I remember a doctor that was interesting. He was an ear, nose, and throat [ENT] specialist, a captain who was so gruff and rude. He talked to the patients awful. He was superior as far as his work was concerned. He was often flown to other posts to do ENT surgery because he was so brilliant. But half of my time working with him was spent soothing the patients, comforting them or apologizing for him. [chuckling] He was a brilliant man, but he had a terrible bedside manner.

HT:

Well, speaking of doctors, what was the general caliber of the doctors with whom you worked?

EJ:

Most of them were very good. I guess I was young enough then—Now I look at doctors different from what I did then. I thought they were all pretty good. Oh, I was thinking of something—it's slipped my mind now.

HT:

That's fine. What did you think of Franklin D. Roosevelt? Of course he died about the time that you entered the service.

EJ:

Was it about the time I entered the service?

HT:

He died in early '45.

EJ:

Did he die in '45? I thought he was a great man. I really thought he was one of our greatest presidents. I liked him.

HT:

And what about Mrs. Roosevelt?

EJ:

I think she was okay. I remember they were always jokes about her on the radio. They used to say—somebody would imitate President Roosevelt and would say, “I hate war, my son John hates war. My wife Eleanor, wherever you are, please come home.” [chuckling] She was always out doing her stuff. She did a lot of good, a smart lady.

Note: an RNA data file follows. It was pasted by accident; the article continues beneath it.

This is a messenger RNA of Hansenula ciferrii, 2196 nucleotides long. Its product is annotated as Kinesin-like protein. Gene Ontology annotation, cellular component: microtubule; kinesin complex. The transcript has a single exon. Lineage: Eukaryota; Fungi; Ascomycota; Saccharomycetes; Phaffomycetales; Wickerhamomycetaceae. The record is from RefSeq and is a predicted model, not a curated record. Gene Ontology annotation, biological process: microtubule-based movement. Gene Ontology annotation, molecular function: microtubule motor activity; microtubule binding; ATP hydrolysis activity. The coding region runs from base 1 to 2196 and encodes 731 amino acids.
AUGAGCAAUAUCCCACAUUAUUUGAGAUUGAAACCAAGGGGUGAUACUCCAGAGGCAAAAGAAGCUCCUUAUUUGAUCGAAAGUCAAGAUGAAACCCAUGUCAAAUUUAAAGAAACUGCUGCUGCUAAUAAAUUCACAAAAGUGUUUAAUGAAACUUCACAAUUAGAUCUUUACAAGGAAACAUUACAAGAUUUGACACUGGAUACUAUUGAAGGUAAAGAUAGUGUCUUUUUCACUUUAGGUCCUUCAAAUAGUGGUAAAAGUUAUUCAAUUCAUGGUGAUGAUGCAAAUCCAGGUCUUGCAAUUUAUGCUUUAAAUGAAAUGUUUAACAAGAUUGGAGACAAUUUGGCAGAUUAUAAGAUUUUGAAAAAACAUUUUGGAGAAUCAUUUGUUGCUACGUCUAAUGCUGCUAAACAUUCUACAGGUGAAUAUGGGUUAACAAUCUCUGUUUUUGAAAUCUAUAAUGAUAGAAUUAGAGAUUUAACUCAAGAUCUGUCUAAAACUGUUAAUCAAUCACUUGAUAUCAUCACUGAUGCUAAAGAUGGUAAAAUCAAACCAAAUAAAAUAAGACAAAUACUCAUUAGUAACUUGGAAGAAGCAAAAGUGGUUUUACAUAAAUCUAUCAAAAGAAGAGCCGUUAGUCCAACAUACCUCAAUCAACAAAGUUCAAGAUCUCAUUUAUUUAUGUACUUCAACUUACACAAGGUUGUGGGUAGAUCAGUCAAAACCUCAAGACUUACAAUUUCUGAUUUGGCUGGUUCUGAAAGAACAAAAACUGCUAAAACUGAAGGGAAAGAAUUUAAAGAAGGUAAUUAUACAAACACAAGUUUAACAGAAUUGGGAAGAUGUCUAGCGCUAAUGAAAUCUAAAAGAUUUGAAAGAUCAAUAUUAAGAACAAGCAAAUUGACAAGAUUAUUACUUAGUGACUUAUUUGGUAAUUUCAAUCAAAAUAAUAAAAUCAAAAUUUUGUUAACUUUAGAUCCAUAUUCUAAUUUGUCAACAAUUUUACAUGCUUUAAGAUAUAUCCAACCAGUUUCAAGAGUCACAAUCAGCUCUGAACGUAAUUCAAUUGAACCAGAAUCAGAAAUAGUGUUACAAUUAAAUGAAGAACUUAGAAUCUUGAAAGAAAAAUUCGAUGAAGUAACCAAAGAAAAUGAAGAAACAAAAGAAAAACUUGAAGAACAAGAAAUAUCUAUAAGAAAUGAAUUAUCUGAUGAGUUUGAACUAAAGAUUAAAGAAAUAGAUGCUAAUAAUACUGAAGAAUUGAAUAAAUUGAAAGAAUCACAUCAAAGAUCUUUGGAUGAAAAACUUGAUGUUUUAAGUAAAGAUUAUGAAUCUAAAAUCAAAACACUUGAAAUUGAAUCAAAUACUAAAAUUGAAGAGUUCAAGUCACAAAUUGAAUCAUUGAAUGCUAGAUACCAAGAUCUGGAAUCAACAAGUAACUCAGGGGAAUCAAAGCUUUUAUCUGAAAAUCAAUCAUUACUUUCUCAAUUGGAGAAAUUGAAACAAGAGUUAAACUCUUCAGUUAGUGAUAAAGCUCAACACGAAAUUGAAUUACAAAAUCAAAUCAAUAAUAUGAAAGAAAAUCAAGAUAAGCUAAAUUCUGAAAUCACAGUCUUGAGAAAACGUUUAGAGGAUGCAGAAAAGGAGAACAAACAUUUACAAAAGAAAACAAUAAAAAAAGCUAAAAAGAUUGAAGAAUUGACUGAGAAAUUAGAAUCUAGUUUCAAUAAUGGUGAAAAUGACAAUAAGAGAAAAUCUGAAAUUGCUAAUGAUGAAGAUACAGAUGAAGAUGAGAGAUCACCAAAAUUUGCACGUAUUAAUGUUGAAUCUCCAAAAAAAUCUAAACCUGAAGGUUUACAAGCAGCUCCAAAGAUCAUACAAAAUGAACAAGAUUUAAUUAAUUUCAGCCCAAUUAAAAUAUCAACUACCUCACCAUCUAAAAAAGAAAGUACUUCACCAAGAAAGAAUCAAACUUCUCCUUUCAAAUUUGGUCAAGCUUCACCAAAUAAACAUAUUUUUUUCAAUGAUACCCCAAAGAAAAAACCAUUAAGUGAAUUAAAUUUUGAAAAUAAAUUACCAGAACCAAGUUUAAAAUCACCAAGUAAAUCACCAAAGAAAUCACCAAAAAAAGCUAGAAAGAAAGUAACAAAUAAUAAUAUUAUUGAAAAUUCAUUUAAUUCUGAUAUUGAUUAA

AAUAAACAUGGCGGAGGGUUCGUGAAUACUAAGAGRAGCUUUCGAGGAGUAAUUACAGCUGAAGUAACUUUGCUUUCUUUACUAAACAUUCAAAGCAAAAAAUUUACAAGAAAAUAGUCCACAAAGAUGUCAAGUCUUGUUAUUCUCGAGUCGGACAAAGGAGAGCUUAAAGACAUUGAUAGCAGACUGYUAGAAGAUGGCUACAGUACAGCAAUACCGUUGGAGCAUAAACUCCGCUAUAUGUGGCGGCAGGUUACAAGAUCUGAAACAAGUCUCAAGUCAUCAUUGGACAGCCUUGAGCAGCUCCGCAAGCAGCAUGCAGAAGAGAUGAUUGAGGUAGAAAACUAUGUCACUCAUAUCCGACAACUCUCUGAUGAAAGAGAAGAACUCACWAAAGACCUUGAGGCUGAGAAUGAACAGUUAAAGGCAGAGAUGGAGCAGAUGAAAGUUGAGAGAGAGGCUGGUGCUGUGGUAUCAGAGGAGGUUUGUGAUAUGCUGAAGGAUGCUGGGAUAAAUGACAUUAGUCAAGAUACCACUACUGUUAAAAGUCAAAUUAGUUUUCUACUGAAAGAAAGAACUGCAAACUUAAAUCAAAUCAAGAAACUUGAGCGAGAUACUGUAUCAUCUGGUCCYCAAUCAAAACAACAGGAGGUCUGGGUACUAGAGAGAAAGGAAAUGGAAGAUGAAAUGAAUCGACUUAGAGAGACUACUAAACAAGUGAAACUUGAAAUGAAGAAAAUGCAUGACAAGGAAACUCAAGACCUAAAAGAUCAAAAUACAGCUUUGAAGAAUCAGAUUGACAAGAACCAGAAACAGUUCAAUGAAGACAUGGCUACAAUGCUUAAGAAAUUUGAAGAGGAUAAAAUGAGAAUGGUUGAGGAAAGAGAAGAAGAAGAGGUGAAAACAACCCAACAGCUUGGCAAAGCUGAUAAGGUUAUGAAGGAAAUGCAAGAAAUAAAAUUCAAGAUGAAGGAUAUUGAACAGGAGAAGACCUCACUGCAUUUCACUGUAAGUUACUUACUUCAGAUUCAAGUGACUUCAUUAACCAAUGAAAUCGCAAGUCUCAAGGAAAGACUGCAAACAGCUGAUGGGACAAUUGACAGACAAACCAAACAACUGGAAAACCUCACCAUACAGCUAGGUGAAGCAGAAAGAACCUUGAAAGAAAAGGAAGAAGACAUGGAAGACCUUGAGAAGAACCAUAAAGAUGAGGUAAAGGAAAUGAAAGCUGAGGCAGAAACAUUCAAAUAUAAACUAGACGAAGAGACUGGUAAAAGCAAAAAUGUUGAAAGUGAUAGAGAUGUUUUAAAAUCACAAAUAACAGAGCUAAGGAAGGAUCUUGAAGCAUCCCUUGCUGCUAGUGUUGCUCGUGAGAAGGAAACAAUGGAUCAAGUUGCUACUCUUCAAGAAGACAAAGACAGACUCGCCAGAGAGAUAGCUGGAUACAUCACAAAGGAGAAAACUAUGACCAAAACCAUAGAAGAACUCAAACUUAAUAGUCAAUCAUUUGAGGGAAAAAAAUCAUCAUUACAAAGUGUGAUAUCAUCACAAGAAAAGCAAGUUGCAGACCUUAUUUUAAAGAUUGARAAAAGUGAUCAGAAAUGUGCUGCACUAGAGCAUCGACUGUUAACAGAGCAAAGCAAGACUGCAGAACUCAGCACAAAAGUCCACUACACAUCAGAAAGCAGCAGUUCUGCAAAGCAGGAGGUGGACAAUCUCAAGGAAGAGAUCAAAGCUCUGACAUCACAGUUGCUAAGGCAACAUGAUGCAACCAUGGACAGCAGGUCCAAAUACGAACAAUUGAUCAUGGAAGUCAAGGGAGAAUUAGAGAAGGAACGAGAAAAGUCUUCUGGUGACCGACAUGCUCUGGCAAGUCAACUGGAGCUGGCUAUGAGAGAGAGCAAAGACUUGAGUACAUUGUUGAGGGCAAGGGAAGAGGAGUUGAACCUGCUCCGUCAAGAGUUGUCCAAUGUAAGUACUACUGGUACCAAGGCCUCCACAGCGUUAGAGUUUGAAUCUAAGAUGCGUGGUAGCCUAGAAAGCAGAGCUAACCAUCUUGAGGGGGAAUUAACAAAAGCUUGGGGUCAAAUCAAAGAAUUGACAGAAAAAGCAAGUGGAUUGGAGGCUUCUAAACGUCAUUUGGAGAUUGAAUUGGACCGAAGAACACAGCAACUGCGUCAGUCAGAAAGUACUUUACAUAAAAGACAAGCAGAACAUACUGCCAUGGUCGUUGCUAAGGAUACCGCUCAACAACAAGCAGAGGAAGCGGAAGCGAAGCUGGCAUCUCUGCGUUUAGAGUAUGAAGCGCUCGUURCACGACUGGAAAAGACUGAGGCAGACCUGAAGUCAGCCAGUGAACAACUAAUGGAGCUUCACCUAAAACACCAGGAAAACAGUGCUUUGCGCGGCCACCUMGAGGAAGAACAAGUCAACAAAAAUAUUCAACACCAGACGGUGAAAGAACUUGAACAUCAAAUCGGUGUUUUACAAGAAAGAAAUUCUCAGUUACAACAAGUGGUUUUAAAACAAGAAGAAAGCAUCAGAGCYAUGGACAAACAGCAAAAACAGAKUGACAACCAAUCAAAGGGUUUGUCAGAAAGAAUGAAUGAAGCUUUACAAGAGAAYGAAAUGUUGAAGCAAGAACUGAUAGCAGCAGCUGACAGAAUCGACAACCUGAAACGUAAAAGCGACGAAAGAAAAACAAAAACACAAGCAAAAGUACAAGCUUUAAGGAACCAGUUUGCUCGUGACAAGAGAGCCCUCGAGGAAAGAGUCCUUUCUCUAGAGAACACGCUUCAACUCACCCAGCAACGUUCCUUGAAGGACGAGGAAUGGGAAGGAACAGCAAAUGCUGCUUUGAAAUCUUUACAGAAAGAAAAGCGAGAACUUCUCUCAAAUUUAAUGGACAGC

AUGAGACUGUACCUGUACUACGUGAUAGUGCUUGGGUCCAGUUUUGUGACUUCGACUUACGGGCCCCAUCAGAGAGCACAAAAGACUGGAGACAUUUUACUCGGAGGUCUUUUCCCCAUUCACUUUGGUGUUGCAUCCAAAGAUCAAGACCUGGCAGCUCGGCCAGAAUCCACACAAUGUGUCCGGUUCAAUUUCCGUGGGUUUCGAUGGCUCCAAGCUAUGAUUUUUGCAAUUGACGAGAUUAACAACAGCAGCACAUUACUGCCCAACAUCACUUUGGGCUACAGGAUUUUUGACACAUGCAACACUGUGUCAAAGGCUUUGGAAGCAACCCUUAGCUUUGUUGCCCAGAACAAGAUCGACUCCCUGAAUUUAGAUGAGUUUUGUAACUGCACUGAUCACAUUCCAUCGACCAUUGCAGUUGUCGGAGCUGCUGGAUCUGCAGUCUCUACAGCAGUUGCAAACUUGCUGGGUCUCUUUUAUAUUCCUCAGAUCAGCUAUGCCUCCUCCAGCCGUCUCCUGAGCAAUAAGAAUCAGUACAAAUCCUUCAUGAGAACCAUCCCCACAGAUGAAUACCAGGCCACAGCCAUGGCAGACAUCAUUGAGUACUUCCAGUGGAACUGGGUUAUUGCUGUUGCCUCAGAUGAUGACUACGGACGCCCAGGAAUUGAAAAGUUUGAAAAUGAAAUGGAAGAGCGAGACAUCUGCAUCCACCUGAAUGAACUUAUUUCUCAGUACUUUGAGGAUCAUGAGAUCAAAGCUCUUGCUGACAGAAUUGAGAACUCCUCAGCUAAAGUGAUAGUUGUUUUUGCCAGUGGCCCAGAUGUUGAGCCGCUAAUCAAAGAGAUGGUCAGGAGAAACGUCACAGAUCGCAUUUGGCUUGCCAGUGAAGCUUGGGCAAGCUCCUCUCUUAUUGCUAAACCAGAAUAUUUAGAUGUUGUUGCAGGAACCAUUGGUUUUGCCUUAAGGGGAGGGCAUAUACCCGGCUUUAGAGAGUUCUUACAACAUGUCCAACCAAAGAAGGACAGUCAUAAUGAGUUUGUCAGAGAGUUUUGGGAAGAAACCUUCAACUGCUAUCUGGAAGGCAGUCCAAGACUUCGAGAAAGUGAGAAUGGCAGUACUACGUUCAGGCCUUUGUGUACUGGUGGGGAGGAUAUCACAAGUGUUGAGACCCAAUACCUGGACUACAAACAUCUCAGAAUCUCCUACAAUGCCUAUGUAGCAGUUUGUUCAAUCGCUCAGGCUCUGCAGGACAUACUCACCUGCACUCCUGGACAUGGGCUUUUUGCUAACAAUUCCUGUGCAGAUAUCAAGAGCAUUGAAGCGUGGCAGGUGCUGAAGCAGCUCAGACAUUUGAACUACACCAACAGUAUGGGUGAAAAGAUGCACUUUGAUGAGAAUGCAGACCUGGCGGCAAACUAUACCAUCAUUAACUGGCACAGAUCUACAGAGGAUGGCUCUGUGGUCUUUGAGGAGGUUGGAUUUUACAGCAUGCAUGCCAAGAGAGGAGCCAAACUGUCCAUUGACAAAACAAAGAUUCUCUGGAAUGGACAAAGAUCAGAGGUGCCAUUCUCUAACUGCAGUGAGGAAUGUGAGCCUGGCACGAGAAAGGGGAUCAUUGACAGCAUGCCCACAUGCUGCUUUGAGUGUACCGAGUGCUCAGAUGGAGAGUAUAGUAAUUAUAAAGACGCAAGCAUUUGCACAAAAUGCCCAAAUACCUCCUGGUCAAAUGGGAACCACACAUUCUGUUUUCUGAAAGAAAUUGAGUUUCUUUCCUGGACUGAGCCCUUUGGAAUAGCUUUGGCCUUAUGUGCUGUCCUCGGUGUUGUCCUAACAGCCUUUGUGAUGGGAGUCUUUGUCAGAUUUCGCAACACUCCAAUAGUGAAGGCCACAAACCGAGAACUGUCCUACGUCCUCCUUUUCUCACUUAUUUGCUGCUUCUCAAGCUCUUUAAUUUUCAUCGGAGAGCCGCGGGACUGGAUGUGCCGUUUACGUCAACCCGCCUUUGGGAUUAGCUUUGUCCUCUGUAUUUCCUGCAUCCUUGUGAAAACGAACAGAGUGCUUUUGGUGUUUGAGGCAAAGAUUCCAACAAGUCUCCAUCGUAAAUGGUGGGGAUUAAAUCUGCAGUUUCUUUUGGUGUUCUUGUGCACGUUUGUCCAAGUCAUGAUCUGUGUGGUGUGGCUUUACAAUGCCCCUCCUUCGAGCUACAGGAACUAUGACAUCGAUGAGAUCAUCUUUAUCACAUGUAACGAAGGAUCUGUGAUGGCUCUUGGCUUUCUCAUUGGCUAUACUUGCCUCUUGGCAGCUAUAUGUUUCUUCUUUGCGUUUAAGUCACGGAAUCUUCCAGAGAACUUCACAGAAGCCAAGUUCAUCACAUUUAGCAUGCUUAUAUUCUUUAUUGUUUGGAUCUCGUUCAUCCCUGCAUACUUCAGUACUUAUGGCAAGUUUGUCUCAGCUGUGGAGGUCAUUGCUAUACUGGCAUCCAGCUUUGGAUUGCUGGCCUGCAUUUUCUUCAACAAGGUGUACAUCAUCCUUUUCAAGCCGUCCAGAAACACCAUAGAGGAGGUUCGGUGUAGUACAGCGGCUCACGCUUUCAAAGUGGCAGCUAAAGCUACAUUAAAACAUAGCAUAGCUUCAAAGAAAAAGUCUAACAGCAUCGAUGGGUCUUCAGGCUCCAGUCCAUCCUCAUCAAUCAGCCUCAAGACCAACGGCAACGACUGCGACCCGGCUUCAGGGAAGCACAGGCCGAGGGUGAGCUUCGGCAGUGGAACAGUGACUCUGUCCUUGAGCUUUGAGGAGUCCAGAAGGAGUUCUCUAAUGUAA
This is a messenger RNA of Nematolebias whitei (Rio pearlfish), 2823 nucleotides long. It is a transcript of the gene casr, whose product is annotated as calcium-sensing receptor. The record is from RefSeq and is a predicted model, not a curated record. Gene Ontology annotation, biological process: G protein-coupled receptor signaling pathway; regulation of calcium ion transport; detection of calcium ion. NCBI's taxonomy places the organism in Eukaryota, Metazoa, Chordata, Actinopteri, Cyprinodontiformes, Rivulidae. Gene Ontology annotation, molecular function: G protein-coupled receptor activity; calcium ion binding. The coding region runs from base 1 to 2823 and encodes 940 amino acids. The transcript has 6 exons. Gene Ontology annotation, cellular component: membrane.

HT:

And what about President Harry S. Truman?

EJ:

I loved him. I think he was a better president than most people realized. After he's been gone, they're appreciating him a lot more. He told it like it was and was just a plain down-to-earth man, but I think he was a good president.

HT:

Do you recall who your heroes and heroines were in those days?

EJ:

Oh, my, did we have them? [chuckling] Heroes. I don't know that I particularly had any heroes or heroines. Of course, in those days we idolized Frank Sinatra, but he wasn't a hero really. And a great lady? Who would be a great lady? I don't know.

HT:

Well, we'll just go on to another question. [chuckling] If you think of somebody, just let me know. Now, you got out of the Army Nurse Corps in 1947, I think you said.

EJ:

Yes.

HT:

And so were you encouraged to return to a traditional female role after that, like getting married and having a family and that sort of thing? Can you describe your adjustment to civilian life? After having been in the Cadet Nurse Corps, which was regimented, and then you were in the army and a lot of regimentation, that sort of thing, what was it like to get out? Did you go to work at a regular hospital?